“When my husband’s stepfather was released from the hospital in December of 2009, he called us to give him a ride home. Once he was home, we quickly realized that he was not able to care for himself at all. He lived alone and we found ourselves driving back and forth three or four times a day to assist all of his needs. It was overwhelming and frightening to suddenly become a caregiver to a man we weren’t even that close to. With my husband working full time days, I became his primary caregiver. I would pack up my two little girls every day to come with me to take him to the doctor, do his laundry and feed him his meals, do his grocery shopping and help him with his bills. I had no idea what his finances were like or how to pay his medical bills. He was too sick to care or even understand what I was saying to him.  I quickly realized I was going to have to find help. First I called his children. They were sympathetic, but gave all kinds of excuses as to why they could not help.   Next, I went to the internet. I went to the website for National Care Planning Council www.longtermcarelink.net and found and contacted a Care planner in my area. The Care Planner came to my stepfather’s house and met with the two of us. They helped me get organized and set up time to meet with someone to explain his Medicare services and what my next steps would be. It was such a relief to have a plan and to know what to do.” MH- Salt Lake City, Utah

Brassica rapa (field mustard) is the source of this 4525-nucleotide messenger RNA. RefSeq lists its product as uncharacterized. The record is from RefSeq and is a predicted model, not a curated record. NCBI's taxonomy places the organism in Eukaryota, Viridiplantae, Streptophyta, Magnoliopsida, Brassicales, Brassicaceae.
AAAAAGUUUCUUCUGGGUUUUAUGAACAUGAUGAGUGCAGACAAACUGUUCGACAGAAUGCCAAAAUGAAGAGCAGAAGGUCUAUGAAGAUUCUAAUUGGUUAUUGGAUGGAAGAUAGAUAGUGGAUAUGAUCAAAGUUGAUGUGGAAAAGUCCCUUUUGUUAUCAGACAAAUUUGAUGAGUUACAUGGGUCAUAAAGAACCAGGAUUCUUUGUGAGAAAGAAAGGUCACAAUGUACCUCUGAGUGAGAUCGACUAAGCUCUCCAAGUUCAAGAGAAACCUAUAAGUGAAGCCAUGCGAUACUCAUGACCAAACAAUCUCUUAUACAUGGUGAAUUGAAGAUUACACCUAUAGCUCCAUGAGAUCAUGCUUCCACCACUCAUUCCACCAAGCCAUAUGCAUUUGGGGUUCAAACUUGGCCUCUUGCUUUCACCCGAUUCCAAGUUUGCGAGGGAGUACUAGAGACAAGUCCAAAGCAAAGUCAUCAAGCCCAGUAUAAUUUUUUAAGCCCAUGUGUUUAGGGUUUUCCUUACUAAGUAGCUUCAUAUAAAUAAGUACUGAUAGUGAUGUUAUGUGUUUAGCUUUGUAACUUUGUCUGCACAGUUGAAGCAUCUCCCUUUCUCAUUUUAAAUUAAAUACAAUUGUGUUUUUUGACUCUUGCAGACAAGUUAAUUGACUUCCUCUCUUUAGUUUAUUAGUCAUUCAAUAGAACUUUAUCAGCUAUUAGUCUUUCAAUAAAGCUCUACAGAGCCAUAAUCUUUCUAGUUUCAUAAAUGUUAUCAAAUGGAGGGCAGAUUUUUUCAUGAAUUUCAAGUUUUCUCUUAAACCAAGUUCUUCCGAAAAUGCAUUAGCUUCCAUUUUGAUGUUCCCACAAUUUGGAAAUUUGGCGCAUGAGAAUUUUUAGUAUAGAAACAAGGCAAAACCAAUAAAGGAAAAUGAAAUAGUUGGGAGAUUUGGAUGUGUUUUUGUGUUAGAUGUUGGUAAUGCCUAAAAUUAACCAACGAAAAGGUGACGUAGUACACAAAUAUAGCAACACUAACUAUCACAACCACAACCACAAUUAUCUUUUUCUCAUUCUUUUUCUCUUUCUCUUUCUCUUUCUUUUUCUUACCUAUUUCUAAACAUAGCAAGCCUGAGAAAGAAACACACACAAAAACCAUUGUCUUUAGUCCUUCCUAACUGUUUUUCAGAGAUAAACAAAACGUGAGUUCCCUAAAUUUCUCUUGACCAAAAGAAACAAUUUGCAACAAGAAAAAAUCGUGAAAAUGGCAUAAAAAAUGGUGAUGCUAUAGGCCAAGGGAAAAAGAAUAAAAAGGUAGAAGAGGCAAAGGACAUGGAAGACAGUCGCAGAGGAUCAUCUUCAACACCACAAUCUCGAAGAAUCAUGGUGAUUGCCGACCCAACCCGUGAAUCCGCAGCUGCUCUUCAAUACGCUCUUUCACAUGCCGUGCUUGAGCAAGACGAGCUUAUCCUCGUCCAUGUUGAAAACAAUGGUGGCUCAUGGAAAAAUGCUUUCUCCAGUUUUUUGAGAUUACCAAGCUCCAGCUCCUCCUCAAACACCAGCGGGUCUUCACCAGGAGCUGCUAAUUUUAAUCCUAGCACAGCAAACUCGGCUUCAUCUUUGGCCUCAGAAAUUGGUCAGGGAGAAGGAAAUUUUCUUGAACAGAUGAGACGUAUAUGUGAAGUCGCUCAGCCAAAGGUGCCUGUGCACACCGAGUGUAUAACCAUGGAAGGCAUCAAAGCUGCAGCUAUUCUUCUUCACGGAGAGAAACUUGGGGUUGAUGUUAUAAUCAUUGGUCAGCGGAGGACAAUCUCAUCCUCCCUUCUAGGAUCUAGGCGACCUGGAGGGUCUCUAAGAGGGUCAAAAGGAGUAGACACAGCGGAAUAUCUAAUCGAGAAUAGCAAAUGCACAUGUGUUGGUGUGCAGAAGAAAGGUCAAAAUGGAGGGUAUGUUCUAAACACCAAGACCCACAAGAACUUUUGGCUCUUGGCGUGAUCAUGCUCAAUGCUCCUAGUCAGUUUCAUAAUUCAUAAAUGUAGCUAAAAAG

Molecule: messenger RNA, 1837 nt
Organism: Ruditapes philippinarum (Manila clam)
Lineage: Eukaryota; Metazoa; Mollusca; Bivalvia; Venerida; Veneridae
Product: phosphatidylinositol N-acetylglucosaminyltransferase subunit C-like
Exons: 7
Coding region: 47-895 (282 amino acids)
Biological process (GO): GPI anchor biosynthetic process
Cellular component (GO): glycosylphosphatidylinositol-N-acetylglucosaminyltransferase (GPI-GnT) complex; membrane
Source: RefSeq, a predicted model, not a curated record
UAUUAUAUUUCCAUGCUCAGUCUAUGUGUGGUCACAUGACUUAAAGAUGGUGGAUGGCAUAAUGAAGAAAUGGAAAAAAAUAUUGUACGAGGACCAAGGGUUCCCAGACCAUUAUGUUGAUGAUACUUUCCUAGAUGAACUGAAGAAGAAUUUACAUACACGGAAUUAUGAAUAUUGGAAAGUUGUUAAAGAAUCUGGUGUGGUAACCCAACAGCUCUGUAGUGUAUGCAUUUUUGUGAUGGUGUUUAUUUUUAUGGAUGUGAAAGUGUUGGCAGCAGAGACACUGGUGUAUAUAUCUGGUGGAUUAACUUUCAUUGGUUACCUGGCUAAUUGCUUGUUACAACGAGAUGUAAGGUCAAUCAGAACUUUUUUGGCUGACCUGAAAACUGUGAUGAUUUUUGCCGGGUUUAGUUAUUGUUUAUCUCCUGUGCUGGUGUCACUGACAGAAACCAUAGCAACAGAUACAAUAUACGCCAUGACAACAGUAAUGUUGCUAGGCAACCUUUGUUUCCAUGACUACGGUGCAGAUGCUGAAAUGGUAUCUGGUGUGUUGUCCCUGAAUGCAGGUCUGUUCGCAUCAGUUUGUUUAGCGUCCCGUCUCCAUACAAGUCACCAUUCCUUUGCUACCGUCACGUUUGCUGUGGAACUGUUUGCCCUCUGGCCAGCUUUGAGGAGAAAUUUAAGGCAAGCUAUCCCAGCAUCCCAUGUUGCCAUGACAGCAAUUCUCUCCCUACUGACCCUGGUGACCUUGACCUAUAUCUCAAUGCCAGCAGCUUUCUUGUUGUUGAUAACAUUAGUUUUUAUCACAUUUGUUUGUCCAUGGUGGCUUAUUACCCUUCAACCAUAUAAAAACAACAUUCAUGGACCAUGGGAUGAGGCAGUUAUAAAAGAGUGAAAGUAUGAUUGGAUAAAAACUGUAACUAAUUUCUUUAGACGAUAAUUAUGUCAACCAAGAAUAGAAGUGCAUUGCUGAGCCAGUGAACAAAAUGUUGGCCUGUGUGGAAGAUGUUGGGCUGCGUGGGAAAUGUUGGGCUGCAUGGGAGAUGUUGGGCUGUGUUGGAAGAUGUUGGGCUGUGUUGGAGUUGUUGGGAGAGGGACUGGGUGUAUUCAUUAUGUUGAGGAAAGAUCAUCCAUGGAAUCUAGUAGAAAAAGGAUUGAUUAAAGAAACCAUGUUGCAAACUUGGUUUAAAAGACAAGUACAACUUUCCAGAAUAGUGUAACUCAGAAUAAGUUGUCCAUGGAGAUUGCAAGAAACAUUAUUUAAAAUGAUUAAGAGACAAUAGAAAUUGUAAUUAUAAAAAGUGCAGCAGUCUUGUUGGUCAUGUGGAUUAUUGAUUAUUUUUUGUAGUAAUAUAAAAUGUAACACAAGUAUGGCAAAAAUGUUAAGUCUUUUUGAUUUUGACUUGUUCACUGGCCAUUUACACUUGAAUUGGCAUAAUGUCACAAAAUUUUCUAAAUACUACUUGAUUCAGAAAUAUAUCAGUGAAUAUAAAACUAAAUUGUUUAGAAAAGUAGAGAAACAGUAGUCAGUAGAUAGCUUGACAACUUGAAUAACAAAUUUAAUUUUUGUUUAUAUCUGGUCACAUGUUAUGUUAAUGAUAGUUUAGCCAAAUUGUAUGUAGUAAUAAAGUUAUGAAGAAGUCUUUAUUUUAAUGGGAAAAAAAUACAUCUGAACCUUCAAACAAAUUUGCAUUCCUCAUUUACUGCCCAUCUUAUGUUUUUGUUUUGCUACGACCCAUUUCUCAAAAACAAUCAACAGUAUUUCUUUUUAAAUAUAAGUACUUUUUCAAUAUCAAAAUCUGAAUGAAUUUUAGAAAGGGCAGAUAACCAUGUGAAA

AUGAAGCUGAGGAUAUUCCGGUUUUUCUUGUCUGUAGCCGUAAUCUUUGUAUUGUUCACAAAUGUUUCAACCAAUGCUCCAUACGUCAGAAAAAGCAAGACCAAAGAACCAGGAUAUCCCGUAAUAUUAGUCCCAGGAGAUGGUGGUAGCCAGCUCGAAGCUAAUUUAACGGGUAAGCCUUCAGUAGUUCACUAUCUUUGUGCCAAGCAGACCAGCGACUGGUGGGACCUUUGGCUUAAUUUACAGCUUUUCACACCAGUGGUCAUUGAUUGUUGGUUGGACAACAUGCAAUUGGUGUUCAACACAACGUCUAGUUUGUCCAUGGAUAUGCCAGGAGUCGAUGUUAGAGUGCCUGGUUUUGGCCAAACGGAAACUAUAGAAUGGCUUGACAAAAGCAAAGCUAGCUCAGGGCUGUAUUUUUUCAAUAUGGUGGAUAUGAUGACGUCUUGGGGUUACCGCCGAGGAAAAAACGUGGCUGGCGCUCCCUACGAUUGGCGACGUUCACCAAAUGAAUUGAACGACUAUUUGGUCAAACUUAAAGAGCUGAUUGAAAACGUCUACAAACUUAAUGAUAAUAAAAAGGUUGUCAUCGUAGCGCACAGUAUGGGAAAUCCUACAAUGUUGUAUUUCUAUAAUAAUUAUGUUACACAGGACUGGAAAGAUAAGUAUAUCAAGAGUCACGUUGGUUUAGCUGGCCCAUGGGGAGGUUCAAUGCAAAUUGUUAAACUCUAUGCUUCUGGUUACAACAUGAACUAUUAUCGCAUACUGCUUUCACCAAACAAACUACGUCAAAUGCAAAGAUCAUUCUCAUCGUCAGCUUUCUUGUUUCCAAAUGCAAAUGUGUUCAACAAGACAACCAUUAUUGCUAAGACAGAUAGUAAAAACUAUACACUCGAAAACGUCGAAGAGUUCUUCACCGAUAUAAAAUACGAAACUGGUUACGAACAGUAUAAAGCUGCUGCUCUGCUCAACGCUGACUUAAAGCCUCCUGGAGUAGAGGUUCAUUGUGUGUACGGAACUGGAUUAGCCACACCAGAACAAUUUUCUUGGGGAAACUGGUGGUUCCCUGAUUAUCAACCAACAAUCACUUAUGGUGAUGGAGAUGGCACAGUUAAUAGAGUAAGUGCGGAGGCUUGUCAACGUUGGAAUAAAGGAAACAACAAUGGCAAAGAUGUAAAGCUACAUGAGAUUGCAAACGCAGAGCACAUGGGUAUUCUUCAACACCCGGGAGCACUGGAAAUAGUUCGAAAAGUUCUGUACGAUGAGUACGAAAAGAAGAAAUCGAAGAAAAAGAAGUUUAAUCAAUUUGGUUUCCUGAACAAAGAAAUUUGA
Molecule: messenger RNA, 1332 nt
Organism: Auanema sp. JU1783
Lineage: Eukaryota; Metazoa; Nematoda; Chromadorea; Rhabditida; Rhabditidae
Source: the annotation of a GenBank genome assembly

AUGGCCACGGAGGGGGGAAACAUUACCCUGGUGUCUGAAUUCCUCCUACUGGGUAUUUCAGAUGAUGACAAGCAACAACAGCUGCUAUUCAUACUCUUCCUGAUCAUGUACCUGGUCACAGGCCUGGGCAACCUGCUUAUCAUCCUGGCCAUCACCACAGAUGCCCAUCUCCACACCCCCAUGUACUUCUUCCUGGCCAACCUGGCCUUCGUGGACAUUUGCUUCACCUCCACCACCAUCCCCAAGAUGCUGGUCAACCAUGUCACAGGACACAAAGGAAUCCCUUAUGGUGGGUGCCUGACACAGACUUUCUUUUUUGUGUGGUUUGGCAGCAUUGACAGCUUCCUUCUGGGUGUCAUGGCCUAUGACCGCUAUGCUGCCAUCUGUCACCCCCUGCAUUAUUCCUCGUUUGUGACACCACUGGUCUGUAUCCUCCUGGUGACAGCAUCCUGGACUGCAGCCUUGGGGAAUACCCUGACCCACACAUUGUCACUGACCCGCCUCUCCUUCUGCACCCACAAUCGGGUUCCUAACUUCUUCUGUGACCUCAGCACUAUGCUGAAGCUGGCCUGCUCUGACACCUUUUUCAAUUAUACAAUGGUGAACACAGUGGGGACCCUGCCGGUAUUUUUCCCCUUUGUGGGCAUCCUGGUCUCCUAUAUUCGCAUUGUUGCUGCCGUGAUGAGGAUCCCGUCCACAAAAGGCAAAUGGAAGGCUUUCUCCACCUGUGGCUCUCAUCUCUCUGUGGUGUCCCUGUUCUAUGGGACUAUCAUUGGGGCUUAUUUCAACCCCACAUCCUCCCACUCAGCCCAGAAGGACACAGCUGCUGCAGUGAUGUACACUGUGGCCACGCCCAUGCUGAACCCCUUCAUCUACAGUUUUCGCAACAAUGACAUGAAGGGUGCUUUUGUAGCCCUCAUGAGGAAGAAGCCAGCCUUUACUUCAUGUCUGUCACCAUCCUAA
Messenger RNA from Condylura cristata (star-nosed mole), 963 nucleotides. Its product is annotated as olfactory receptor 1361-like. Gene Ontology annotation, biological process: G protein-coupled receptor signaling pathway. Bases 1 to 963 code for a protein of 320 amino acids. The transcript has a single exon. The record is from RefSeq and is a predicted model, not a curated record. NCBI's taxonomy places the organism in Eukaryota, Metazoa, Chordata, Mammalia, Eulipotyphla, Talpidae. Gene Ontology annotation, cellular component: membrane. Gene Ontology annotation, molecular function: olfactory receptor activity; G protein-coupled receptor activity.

Most family members are willing to help, but just don’t know what to do. Many caregivers feel that they are the only one who can give the best care. It is important to communicate with other family members about what kind of help you need and let them know specifically what they can do.
A number of organizations and private companies will give you advice and guidance -- many for free. If your care recipient has a very low income, you might get free help from your local Area Agency on Aging. A lot depends on available funds. Click here for a nationwide list of agencies.
A good source for professional advice is the rapidly growing business of non-medical home care companies. Most will offer free consultations and will provide paid aides to help you with your loved-one with such things as bathing, dressing, shopping, household chores, transportation, companionship and much more. These people may also help you coordinate adult daycare or other community services.

You may wish to pay for a formal assessment and care plan from a professional geriatric care manager. Even though it may cost you a little money to hire a care manager, this could be the best money you will ever spend. Care managers are valuable in helping find supporting resources, providing respite, saving money from care providers, finding money to pay for care, making arrangements with family or government providers and providing advice on issues that you may be struggling with.